PETS CAN TRANSMIT infectious diseases to children

Keeping a pet can be a good experience for a child since they not only provide companionship and entertainment, but also are good teaching aids for character building and responsibility.

PETS CAN TRANSMIT infectious diseases to children
  • PublishedSeptember 2, 2015

Keeping a pet can be a good experience for a child since they not only provide companionship and entertainment, but also are good teaching aids for character building and responsibility. Additionally, pets are also known to boost a child’s health.

In 2012, a Finnish study revealed that children who had grown up with dogs as pets were found to be healthier than children who did not have pets.

Though not conclusive, researchers reckon the reason behind it may lie in the babies’ exposure to the microbes that pets carry which in turn prime their developing immune systems, training them early to fend off common allergens and infections from animals, bacteria and viruses.

The research results, published in the Paediatrics journal, indicated that children who lived with pets and especially cats and dogs, reported less cases of colds, respiratory tract and ear infections and need for antibiotics.

While that sounds like good news all-round, that may not be the result in all cases. Like it or not, pets are notorious breeding grounds for bacteria and other germs.

Couple that with poor care and essentially one is looking at a hotbed of diseases waiting to happen especially to people suffering from vulnerable immunity such as pregnant women, infants and young children.

The common ways of transmitting animal infections include bites, scratches, contact with the animal’s saliva or waste and dander (flecks of skin shed by cats, dogs, rodents, birds and animals with fur or feathers). While most adults can fend off the infections, children are not so lucky.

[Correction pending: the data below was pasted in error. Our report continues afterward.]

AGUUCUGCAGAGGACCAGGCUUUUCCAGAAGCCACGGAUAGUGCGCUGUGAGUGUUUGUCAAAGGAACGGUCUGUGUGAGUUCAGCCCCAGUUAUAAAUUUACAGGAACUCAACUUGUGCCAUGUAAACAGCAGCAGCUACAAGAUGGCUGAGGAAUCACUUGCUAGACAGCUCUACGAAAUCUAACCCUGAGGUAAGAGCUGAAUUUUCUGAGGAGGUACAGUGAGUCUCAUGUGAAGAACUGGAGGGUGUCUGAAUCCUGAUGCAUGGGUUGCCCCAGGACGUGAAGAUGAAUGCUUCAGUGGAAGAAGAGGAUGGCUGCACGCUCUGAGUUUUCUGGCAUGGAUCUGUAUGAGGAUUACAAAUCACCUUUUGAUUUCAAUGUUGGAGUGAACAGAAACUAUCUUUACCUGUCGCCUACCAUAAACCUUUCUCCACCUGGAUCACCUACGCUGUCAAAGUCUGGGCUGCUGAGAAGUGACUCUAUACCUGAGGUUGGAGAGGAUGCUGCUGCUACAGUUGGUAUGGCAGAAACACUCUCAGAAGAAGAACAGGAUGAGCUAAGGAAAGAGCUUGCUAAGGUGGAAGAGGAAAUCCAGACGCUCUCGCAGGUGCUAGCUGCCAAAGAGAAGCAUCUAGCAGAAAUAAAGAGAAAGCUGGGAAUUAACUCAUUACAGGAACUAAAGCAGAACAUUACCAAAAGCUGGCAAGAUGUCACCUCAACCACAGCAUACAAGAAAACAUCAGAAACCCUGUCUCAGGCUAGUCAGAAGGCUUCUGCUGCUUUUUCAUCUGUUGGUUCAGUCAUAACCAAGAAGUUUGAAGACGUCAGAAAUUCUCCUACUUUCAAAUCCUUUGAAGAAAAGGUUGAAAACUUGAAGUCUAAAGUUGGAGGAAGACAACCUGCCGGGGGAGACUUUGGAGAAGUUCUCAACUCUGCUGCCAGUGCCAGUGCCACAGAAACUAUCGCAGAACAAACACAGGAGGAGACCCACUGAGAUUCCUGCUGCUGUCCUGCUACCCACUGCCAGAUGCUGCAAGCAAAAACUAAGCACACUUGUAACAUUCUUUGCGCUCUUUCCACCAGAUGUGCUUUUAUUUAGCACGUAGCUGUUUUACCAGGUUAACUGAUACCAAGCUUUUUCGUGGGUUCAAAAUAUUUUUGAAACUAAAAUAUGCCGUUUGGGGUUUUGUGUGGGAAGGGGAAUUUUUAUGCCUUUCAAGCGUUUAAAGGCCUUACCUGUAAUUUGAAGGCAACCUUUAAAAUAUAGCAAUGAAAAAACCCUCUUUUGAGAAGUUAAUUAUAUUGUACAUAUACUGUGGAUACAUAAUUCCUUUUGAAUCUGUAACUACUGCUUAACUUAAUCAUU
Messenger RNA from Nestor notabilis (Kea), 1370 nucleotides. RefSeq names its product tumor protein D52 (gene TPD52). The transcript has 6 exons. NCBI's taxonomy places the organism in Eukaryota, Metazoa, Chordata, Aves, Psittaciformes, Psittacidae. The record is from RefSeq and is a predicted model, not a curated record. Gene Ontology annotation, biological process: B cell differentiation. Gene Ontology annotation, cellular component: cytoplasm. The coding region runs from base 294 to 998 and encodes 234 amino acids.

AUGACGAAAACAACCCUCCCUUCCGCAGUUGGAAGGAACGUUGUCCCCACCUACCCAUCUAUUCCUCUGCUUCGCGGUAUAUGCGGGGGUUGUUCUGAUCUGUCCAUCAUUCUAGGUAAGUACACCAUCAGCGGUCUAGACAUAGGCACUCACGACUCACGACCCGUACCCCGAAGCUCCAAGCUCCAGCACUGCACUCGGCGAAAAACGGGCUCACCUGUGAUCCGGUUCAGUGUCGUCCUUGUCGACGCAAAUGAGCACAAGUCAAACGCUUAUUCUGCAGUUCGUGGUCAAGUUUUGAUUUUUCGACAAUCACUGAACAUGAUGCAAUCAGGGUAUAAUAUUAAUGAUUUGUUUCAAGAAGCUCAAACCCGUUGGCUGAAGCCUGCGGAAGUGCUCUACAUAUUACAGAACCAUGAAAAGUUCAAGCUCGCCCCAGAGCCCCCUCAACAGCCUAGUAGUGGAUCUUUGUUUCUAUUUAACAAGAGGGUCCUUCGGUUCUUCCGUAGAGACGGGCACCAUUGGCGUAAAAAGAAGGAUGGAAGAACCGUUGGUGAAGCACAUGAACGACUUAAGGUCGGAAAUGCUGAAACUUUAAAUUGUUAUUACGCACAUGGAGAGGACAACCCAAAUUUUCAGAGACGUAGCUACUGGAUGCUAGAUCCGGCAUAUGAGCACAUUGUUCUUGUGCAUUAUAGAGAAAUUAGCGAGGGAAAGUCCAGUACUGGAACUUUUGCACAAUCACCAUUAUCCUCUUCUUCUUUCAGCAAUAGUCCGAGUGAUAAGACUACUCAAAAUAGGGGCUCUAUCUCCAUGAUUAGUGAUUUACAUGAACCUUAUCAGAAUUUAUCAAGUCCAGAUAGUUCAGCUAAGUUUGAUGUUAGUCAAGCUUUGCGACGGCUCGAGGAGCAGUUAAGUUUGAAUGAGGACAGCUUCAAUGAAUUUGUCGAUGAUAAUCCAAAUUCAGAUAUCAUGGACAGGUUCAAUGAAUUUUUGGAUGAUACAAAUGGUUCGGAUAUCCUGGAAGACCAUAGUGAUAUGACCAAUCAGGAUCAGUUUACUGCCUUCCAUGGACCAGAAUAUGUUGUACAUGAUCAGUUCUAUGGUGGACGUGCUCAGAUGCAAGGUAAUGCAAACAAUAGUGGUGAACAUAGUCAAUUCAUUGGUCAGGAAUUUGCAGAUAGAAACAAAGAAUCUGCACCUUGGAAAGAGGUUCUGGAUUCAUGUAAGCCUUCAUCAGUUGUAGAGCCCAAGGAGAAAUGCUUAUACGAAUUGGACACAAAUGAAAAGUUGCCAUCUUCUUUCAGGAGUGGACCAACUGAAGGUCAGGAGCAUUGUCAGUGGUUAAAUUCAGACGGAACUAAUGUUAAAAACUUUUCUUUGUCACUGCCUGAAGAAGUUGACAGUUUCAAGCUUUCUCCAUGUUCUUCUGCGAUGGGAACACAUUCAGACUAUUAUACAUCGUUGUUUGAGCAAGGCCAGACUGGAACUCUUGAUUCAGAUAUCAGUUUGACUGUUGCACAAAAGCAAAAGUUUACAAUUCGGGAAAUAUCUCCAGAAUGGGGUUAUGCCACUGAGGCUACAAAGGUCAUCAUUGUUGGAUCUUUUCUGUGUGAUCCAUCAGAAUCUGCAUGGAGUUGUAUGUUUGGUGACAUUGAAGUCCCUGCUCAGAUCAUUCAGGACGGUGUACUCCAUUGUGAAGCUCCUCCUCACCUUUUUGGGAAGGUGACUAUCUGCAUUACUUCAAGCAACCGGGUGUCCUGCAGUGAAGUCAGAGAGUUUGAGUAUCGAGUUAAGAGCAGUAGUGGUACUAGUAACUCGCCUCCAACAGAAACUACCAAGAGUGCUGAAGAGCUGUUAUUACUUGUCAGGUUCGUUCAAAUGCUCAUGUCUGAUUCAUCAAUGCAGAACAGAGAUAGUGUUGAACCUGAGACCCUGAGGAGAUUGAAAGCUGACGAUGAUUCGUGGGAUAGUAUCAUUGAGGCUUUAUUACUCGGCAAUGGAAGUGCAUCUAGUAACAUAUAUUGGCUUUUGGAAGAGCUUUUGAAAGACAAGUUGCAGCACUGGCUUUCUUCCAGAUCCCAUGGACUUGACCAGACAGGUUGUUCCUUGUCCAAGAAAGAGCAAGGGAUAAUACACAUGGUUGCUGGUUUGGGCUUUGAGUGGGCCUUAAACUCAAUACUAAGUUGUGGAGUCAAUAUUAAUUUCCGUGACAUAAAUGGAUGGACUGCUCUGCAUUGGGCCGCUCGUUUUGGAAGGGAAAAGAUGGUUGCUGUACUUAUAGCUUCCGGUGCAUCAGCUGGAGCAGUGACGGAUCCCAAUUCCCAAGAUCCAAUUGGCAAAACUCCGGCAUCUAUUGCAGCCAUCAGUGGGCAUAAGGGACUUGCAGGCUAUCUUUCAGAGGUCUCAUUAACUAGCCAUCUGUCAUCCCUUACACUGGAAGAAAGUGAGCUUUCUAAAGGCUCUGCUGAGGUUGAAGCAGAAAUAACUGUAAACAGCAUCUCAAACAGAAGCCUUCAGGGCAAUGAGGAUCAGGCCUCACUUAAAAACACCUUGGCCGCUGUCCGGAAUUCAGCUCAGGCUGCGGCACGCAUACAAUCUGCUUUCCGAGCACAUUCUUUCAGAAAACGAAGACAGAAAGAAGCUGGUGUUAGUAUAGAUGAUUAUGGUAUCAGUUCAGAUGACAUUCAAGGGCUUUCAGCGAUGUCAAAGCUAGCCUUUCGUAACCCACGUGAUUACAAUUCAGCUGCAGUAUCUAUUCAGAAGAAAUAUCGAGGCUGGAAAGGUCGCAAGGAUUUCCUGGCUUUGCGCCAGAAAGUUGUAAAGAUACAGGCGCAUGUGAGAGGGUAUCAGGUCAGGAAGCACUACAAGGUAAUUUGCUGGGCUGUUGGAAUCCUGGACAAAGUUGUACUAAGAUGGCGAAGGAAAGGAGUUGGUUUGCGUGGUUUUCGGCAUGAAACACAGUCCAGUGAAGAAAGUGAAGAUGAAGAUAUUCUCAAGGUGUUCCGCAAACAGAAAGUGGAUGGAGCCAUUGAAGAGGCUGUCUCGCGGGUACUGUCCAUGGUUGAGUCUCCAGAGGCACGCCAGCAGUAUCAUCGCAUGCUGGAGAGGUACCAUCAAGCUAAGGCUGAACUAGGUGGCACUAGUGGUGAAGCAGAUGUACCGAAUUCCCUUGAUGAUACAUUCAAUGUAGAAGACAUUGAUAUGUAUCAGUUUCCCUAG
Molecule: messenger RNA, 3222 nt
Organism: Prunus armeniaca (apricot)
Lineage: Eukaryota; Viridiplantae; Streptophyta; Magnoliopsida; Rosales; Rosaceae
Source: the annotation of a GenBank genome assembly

Common infections that pets carry

Campylobacter: Dogs and cats are notorious for bacterial intestinal tract infections, which can lead to diarrhoea, abdominal pain and fever. Campylobacter infections, caused by the Campylobacter jejuni bacteria, are contagious and can spread through an entire family, kids in childcare or pre-schools. The disease is manageable through a round of antibiotics.

Cat scratch disease: It can occur when a child is bitten or scratched by a cat infected by the Bartonella henselae bacteria. Symptoms include swollen and tender lymph nodes, fever, headaches, and fatigue. Infection is treated by antibiotics.

Worms: Cats and dogs also play good hosts for worms such as roundworms, which can cause fever, wheezing and coughs, and even blindness when they find their way to a victim’s eye.

Vectors: Ticks and fleas can also spread infections leading to fever, chills, muscle aches and headaches.

The inhalation of some types of fungi common in birds’ droppings especially pigeon can also lead to pneumonia and meningitis if not treated on time. Reptiles and amphibians such as lizards, snakes, turtles or frogs can cause salmonella infections through their faeces. Infection is characterised by diarrhoea, fever and abdominal cramps but younger children face more serious symptoms including dehydration, meningitis, and sepsis or blood infections.

Rodents such as rabbits and fish are not exempted and can cause infections, which can easily deteriorate from simple skin infections as far as handling fish tanks are concerned, to pneumonia where rodents are involved.

Prevention and treatment

When detected early enough, most infections can be treated with antibiotics. Significant bites should be washed out thoroughly and doctor’s treatment sought. Children with prior conditions such as eczema should probably avoid aquariums as the water may cause further skin irritation.

Always ensure that your children’s hands are washed after handling a pet or their food. With regard to younger children, ensure that they do not sleep or play with, in, or on litter boxes and the pet’s utensils.

Additionally, they should not clean out the litter boxes until you are sure they are old enough to do so. Prevent or try to limit as much as possible kissing, licking or sharing of food between young children and pets as infections can be passed on through saliva. When it comes to dealing with pets, prevention is better than cure; limit their chances of passing infections by ensuring all pets are vaccinated accordingly and receive their routine immunisation treatments as recommended by a veterinarian.

Clean up after your pets as much as possible including picking up wastes. Where applicable, ensure regular baths with the relevant materials such as pet medicated shampoos or apply topical or oral medication for vector control. Ensure the medication is child friendly so as not to cause reactions such as rashes.


Written By